Malawi has seen the reduction of stunting children from 47 per cent in 2010 to 42 per cent in 2014, a development attributed to the launch of the Scaling Up Nutrition (SUN), a senior government official has said.
Stunting – or low height for age – occurs when children miss out on vital nutrients in the womb and in the first two years of their lives. Its effects are enduring, causing frequent illness, poor educational performance and low productivity at work.
Principal Secretary (PS) in the Ministry of Gender, Children, Disability and Social Welfare Dr Mary Shawa said Thursday in Lilongwe during the SUN Learning Forum at Bingu International Convention Centre (BICC) that Malawi has made “significant progress”, saying adequate nutrition is critical for one’s physical and intellectual development and work productivity, and is therefore an integral element for socioeconomic development.
“The cost of Hunger report clearly highlighted that addressing nutrition issues require multi-sectoral coordination and am happy to report that to you that the government is committed to ensure that coordination is strengthened at all levels through Department Nutrition, HIV and AIDS,” said Shawa.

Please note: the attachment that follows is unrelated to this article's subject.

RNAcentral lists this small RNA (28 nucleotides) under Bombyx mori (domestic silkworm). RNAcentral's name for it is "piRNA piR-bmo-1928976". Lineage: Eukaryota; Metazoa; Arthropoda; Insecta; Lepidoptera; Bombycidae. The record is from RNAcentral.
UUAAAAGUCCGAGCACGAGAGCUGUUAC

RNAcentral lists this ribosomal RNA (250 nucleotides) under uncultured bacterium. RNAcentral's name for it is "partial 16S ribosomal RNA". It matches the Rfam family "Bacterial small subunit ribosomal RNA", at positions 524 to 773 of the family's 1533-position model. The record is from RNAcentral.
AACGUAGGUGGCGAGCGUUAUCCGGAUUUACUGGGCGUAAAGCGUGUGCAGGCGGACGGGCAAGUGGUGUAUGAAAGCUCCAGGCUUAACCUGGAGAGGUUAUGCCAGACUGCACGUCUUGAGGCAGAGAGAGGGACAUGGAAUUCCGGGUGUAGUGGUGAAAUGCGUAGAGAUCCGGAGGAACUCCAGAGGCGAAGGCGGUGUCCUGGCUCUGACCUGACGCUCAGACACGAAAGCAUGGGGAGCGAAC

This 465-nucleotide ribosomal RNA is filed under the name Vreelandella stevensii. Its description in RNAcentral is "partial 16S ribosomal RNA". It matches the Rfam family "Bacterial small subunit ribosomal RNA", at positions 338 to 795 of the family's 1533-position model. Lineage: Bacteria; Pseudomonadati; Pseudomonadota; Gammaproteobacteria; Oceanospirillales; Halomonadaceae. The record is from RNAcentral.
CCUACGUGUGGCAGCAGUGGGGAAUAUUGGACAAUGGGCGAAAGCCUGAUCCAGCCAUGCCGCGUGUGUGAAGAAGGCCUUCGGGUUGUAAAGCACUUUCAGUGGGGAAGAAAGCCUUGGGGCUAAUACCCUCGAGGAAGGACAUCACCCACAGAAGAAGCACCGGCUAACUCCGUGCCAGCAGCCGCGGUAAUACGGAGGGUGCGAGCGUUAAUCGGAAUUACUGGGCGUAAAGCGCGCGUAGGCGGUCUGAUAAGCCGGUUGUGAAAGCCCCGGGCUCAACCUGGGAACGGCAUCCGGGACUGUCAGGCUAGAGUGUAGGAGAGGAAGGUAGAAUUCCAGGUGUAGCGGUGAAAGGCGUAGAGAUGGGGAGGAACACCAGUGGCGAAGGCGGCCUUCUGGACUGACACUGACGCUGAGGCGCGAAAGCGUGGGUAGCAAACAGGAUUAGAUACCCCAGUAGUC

The PS said the SUN learning forum is a bi-annual event that aims at putting heads together and review its implementation activities.
Minister of finance, economic planning and development, Goodall Gondwe is on record saying that government is determined to channel adequate resources towards nutrition interventions.
He said the government will also “strengthen institutional and human capacity for the effective delivery of nutrition services.”
And according to Shawa, there is need to diversify in terms of production not just relying on maize as rain is undependable there is need to be preparing the household with a quarter acre cassava, potatoes or groundnut and the other part maize.
A recent research commissioned by African Union and backed by Malawian government warns that without greater attention to the issue, Malawi’s economic development will be further undermined.
It calls for nutritional efforts to be focused on vulnerable groups – including infants, young and school-age children, and people living with HIV – and stresses the importance of breastfeeding, diverse diets, water, sanitation and hygiene programmes, and strategies to prevent and reverse undernutrition, such as deworming and micronutrient treatments.-Additional reporting by Gladys Kamakanda, Mana